Radical Cheerleaders Raise Ruckus

Members of the New York squad of the Radical Cheerleaders cheer as they march down Broadway during an anti-World Trade Organization rally. AP

The Radical Cheerleaders, a loose network of young, mostly female activists, have put a new face on protest. Using the same moves performed by a high school pep squad, they've heckled for livable wages at an Alabama Taco Bell, chanted anti-war rhymes on
Boston Common and marched in the Saskatchewan Pride Parade.

"We do for our fellow activists what cheerleaders do for sports players: we get people going," said Betsy Housten, 24, of the New York City Radical Cheerleaders.

Housten has cheered at the mayor's doorstep to demand citywide recycling and at a burlesque club to raise money for a feminist bookstore. Now her group is collecting anti-globalization cheers for a trip to Miami, where large demonstrations are planned for Nov. 19-21, when Pan-American leaders meet to discuss the Free Trade Area of the Americas.

"It's not just the same "1, 2, 3, 4, we don't want your racist war" stuff that's been around since the sixties," Housten said.

There are squads in Phoenix, San Diego and Ottawa and on several college campuses, with names like the Rocky Mountain Rebels and the Memphis Dirty Southern Belles. Many have their own Web sites, featuring cheers and links to other activist groups. Some, like the New York cheerleaders, use Internet newsgroups and telephone hot lines to organize practices and rallies.

It's hard to estimate the number of radical cheerleading groups in the country, since nobody's keeping track. Their largest gathering to date was in 2001, when squads from all over North America attended a convention in Ottawa. Organizers expect about 1,000 cheerleaders to protest in Miami.

Though all seem to share a decidedly liberal bent, each cheerleading squad has a different approach. Some sport coordinated uniforms (often in red and black, the unofficial anarchist team colors,) and shake pompoms fashioned from garbage-bags. Others are less organized.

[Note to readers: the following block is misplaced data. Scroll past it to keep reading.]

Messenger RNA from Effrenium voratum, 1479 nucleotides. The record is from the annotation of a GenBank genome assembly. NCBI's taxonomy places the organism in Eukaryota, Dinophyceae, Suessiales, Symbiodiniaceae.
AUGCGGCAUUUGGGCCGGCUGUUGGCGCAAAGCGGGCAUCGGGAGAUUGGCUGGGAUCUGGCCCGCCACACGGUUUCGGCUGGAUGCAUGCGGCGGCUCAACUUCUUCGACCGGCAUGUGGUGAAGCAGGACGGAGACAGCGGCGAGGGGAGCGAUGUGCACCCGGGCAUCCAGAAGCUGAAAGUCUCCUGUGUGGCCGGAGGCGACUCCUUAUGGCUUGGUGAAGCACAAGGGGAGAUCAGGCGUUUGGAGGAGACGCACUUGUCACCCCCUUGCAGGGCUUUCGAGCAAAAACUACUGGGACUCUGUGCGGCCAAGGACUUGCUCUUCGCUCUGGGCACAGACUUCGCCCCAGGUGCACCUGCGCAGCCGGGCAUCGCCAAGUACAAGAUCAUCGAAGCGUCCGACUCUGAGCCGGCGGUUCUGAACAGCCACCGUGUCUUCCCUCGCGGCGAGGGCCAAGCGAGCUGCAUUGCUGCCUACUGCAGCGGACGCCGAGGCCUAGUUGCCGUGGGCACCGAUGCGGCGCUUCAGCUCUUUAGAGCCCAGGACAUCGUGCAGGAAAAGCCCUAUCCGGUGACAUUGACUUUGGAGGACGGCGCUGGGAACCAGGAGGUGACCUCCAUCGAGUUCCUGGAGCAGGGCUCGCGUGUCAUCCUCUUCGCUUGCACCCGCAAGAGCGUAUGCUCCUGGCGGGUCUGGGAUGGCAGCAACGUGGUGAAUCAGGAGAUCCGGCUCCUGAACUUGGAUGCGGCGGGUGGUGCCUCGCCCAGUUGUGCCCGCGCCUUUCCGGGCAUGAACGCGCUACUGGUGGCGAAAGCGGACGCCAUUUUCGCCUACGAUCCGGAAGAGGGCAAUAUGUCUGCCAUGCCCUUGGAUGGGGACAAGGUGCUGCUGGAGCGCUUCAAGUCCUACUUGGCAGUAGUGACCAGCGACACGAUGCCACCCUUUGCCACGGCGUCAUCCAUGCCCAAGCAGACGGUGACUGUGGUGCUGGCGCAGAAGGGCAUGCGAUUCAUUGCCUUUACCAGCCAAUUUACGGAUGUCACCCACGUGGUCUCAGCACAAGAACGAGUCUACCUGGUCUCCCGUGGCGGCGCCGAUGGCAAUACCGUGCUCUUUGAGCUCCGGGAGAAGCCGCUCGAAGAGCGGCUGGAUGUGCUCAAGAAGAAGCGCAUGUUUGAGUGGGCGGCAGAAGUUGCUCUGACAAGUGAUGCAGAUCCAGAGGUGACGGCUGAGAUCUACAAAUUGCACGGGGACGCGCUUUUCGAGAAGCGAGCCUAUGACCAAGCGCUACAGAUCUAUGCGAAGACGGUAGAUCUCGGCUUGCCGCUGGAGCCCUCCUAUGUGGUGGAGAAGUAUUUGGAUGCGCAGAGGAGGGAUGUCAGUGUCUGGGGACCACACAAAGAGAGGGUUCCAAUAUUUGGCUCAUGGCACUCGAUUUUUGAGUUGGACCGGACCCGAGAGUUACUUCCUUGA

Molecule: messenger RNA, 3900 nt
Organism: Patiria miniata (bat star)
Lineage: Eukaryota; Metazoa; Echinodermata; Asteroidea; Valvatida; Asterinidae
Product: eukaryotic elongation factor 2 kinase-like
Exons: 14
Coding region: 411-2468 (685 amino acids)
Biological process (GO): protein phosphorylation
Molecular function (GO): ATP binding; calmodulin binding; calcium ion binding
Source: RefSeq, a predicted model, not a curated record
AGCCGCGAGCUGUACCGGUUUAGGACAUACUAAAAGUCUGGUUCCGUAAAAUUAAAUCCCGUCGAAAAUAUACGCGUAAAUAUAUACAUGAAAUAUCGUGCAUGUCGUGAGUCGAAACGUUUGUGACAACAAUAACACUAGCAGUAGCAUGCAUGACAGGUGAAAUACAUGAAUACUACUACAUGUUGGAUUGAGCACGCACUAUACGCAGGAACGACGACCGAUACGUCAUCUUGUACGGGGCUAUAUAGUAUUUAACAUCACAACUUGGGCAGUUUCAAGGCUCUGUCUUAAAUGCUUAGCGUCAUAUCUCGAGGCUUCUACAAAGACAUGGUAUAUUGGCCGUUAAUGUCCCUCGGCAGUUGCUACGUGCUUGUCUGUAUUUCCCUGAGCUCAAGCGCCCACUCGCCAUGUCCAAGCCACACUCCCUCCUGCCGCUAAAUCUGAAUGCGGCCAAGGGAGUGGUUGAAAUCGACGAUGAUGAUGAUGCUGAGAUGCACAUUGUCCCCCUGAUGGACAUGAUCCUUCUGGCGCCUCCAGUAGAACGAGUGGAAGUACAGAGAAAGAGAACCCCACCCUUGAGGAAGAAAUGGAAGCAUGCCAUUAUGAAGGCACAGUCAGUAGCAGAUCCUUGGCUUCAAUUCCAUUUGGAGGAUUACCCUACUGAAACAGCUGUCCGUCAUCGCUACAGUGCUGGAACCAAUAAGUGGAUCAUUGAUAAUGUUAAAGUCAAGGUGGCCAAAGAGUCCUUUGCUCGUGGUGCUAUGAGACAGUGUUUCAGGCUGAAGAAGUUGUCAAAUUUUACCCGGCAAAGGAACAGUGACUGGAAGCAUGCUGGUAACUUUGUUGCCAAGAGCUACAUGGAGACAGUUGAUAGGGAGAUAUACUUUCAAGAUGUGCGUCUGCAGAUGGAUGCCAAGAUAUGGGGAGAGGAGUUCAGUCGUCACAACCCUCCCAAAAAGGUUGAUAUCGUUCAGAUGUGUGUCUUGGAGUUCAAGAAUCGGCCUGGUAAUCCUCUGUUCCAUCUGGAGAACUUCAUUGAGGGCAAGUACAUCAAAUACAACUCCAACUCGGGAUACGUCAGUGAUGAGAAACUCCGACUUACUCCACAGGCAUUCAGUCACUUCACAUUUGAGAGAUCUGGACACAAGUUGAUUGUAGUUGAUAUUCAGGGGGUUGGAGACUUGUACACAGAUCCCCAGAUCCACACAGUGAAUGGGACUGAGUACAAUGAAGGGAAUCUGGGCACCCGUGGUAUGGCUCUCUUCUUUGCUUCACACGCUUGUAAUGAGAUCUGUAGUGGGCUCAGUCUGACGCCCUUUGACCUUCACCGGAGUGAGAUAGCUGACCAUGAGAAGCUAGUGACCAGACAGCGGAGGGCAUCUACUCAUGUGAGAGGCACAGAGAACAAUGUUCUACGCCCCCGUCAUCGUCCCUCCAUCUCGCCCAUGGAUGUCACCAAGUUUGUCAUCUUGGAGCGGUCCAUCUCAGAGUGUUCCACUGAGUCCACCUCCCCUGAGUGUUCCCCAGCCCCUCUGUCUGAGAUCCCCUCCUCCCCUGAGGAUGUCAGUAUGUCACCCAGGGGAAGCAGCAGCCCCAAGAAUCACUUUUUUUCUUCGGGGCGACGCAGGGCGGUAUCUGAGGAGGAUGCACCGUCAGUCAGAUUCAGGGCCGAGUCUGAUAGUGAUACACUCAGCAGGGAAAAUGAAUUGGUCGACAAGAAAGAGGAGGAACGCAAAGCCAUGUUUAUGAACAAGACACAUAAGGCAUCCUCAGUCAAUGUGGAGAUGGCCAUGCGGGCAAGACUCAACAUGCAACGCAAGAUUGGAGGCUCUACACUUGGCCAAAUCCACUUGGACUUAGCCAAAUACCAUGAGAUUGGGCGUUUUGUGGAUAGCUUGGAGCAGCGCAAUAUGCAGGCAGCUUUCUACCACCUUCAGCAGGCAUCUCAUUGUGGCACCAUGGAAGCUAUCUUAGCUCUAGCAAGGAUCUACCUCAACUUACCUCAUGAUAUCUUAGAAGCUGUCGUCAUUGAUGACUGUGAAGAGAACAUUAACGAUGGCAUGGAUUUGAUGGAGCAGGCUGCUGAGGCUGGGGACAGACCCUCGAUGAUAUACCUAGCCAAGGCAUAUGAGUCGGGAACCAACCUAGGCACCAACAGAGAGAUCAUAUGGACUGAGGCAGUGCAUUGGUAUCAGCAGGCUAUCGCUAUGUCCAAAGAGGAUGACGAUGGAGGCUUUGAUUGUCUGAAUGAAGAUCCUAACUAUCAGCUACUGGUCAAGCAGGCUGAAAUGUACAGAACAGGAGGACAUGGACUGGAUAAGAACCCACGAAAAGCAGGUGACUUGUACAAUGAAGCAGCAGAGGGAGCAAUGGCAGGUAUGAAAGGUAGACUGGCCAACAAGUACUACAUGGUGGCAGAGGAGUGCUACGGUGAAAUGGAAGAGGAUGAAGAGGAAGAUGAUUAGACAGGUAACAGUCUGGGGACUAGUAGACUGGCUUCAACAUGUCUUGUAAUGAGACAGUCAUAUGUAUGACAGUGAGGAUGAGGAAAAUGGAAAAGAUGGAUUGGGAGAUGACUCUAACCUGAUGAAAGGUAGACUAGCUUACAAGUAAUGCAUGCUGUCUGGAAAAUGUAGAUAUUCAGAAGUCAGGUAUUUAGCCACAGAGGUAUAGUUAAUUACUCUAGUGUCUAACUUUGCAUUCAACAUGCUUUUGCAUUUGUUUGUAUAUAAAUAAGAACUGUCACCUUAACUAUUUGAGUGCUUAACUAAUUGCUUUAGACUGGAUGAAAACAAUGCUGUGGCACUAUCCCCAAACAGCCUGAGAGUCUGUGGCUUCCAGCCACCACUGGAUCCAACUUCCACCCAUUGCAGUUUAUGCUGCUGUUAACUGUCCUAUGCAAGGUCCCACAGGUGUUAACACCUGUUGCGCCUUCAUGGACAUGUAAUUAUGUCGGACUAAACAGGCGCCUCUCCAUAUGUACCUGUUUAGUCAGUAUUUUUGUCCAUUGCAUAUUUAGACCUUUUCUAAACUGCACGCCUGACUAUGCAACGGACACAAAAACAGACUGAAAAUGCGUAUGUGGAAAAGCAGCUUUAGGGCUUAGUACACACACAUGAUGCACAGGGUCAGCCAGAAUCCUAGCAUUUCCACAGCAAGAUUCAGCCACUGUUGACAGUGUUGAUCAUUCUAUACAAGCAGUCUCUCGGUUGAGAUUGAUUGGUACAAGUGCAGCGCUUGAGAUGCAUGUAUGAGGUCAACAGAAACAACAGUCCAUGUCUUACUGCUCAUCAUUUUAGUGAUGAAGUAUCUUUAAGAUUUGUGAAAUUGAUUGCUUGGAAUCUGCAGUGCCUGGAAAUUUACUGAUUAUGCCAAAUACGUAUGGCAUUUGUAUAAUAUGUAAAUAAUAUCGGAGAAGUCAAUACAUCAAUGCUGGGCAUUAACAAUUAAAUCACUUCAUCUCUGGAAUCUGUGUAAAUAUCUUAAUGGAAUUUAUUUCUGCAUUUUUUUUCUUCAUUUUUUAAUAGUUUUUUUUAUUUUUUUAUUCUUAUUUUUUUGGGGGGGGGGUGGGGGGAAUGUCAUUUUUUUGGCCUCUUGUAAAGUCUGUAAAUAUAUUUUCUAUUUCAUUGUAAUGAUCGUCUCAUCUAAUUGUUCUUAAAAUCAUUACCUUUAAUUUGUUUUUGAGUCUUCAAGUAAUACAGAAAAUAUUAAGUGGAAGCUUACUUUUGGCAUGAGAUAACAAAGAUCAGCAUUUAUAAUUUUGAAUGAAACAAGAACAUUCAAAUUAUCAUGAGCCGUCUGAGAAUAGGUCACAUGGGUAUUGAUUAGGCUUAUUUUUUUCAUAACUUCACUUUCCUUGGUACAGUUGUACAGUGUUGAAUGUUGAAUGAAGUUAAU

The New York squad numbers about 25, ranging in age from 7-year-old Arielle to her mother, Toby Willner, 42. Most are twenty-somethings. There's even a man, though squads are generally female.

The cheerleaders' reach extends beyond North America: In 2000, O'Hara said, American activists started a cheerleading squad outside the International Monetary Fund meeting in Prague. It included women from all over Europe.

"Now there are squads in Sweden, London, Warsaw and Ireland," said 26-year-old Emily O'Hara, a founder of the New York squad who is known on the protest circuit as Mary Christmas. "It's becoming this new crazy thing there."

Those involved say radical cheerleading got its start with two sisters from Miami - Aimee and Cara Jennings - who wanted women to play a greater role at protests.

Aimee Jennings, who now lives in New York, said inspiration struck after demonstrations at the 1996 Democratic National Convention in Chicago. "People were acting really goofy for the media, but with no message," Jennings recalled. "The people who had the bullhorn got to state the message, and most them were boys."

Jennings sees cheerleaders as positive female role models. "Cheerleaders are athletes," she said. "They're strong, they work really hard."

Jim Lord, executive director of the American Association of Cheerleading Coaches and Advisors in Memphis, has no problem with the squads.

"Most people see cheerleading as a very athletic and empowering activity," he said.

Groups like the Radical Cheerleaders contribute to the sense of festivity at a political rally, says Todd Gitlin, a social activism expert and professor at Columbia University's Graduate School of Journalism.

"Often people who organize demonstrations want to do more than apply their presence to political ends," Gitlin said. "They want to project a presence that seems like an embodiment of their values. Cheerfulness says, 'we are having a better time than they are. It promises recruits, 'stick around, you'll have more fun."'

That promise is just what drew Toby Willner of Brooklyn. "I was so excited to find people doing activism who were having a good time," Willner said.


By Kate Feld
  • Bootie Cosgrove-Mather

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